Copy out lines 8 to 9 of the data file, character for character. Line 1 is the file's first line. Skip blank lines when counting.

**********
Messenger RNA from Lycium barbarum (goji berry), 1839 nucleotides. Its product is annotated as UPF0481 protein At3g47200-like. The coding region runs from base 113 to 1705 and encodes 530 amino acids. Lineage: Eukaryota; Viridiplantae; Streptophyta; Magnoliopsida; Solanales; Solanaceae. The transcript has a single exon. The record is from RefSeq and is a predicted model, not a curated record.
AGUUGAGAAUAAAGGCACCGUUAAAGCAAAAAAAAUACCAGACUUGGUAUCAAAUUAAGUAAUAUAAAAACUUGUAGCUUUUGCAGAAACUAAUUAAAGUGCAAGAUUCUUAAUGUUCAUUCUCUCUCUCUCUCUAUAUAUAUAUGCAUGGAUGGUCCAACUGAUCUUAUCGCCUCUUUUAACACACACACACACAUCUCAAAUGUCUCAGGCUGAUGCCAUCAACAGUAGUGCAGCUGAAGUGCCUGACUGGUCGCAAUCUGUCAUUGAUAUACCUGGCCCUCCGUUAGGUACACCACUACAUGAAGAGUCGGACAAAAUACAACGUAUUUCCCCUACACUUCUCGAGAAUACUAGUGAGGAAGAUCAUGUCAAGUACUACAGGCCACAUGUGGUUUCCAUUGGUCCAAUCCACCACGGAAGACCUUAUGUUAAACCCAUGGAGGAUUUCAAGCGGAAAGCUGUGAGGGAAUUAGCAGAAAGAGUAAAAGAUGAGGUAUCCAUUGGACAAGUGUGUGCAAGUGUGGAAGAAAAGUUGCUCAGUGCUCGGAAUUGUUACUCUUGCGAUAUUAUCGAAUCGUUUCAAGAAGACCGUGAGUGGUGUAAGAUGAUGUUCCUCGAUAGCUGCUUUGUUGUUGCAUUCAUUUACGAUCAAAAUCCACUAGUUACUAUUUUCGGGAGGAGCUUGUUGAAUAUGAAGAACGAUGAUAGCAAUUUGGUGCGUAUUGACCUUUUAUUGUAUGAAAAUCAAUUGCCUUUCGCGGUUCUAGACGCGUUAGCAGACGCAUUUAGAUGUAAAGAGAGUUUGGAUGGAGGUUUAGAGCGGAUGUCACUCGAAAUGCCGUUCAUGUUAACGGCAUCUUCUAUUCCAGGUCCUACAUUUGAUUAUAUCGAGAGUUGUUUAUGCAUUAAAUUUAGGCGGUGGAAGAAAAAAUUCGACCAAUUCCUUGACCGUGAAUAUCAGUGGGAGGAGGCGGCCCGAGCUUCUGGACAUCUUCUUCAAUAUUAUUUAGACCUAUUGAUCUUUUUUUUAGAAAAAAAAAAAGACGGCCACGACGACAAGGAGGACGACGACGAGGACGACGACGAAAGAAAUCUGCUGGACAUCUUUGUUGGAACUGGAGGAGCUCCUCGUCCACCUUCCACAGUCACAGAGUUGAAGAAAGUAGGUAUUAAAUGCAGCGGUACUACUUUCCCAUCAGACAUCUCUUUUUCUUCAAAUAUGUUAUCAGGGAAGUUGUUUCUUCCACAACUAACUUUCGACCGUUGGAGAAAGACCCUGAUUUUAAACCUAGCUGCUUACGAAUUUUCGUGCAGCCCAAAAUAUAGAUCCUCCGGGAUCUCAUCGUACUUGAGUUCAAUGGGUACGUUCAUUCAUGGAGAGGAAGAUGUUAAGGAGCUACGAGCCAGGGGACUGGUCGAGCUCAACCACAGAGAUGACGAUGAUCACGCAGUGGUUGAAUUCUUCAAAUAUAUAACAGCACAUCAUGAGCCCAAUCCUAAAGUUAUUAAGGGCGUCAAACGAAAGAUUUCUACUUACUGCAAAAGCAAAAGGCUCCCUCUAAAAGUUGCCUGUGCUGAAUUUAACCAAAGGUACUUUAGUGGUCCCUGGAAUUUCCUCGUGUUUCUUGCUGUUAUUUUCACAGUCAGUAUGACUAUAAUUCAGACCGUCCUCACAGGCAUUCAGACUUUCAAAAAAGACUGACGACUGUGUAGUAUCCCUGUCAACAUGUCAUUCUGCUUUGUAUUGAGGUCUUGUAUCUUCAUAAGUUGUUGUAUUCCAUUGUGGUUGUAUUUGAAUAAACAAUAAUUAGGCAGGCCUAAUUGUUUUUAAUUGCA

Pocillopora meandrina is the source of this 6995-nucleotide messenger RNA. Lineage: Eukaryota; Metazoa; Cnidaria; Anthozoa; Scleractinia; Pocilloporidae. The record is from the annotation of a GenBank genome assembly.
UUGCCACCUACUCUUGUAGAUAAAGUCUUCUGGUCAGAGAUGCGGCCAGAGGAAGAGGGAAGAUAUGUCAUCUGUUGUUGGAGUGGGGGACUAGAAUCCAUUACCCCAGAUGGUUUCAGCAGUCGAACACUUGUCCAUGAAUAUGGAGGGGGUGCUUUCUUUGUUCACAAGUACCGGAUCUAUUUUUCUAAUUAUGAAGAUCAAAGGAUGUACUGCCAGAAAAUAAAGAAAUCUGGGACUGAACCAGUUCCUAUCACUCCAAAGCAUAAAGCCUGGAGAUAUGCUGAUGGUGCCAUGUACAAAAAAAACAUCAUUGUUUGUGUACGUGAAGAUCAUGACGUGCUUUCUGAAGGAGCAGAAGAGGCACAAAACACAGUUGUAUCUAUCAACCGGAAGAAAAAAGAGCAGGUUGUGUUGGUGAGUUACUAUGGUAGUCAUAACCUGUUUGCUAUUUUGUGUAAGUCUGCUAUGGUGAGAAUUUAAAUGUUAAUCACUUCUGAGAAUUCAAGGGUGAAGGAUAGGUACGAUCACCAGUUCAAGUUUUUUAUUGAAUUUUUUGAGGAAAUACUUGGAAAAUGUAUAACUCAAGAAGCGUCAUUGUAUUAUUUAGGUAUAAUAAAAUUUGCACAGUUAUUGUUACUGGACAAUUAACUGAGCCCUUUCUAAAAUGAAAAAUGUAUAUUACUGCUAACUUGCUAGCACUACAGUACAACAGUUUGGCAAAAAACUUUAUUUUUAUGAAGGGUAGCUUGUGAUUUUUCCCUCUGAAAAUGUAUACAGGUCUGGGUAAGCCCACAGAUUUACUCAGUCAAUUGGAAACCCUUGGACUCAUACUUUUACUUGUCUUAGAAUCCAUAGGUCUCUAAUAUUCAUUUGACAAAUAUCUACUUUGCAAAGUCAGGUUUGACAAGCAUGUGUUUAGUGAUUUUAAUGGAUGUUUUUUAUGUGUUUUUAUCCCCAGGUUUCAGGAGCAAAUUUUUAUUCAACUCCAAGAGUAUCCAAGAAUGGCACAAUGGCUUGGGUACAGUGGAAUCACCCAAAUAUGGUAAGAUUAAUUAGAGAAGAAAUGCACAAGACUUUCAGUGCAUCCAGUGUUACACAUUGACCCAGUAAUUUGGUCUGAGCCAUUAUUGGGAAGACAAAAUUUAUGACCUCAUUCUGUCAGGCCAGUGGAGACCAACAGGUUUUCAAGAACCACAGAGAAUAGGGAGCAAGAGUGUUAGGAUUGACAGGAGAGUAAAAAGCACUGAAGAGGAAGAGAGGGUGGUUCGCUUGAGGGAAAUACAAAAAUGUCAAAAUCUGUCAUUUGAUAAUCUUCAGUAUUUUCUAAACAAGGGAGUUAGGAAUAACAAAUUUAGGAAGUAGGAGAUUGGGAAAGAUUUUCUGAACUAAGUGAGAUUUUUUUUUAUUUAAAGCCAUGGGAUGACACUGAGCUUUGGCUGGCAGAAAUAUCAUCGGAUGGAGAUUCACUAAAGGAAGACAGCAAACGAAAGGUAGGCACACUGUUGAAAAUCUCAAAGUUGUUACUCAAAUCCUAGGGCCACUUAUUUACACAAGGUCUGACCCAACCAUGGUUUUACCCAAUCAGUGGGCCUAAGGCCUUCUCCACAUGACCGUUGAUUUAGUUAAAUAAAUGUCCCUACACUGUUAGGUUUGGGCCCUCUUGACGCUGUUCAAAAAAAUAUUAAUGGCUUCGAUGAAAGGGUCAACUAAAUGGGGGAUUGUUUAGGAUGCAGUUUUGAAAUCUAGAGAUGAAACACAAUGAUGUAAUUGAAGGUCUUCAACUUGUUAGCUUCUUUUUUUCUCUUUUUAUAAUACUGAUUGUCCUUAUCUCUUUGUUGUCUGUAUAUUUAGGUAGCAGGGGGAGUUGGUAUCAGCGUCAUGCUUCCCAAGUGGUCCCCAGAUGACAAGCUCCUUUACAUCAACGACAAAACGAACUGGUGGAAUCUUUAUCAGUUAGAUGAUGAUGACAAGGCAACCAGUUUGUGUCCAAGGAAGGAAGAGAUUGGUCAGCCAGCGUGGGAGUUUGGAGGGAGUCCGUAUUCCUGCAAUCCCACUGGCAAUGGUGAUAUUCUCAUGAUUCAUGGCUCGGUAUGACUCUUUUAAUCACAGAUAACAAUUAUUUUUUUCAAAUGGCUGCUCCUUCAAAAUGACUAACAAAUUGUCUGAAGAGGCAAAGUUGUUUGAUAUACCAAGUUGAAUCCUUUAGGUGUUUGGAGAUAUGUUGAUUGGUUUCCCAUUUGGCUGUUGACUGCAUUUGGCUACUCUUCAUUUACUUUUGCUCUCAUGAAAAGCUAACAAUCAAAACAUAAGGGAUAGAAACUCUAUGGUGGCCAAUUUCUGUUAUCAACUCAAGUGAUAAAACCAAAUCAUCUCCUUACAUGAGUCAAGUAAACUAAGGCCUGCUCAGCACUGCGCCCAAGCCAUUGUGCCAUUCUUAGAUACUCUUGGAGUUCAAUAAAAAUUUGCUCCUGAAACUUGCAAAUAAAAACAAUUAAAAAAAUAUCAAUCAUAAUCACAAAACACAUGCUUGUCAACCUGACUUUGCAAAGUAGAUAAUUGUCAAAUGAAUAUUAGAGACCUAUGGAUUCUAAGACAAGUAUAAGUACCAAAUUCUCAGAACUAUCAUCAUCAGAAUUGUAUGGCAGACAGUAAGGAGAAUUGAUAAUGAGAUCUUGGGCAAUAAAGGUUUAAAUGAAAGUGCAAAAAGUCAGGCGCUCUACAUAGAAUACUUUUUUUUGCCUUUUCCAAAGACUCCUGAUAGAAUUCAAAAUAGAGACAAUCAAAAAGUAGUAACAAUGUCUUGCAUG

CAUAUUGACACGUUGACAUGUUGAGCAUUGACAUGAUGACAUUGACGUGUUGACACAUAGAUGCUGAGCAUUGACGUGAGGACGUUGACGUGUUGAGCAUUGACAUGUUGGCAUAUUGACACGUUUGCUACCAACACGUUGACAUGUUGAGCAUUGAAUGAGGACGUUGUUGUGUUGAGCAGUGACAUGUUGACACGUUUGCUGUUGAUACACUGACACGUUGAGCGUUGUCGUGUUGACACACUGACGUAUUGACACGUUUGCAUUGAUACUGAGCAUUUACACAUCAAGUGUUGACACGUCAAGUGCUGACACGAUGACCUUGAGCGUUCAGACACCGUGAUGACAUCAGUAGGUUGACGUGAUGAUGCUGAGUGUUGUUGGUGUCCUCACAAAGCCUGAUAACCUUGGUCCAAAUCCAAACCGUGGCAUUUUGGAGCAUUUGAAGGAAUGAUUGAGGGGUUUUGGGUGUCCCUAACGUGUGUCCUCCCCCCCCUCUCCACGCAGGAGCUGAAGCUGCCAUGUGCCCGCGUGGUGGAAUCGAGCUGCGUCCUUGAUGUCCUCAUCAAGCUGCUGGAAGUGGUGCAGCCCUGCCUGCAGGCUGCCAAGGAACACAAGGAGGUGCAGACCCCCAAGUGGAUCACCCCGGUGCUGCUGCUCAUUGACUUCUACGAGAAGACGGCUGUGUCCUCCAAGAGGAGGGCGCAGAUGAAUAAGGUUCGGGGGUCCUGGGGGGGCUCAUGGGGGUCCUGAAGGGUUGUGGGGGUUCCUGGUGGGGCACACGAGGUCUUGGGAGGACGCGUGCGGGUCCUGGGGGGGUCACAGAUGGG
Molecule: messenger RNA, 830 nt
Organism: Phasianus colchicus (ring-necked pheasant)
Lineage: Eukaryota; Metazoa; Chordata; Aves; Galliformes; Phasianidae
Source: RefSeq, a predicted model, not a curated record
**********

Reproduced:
Lineage: Eukaryota; Metazoa; Chordata; Aves; Galliformes; Phasianidae
Source: RefSeq, a predicted model, not a curated record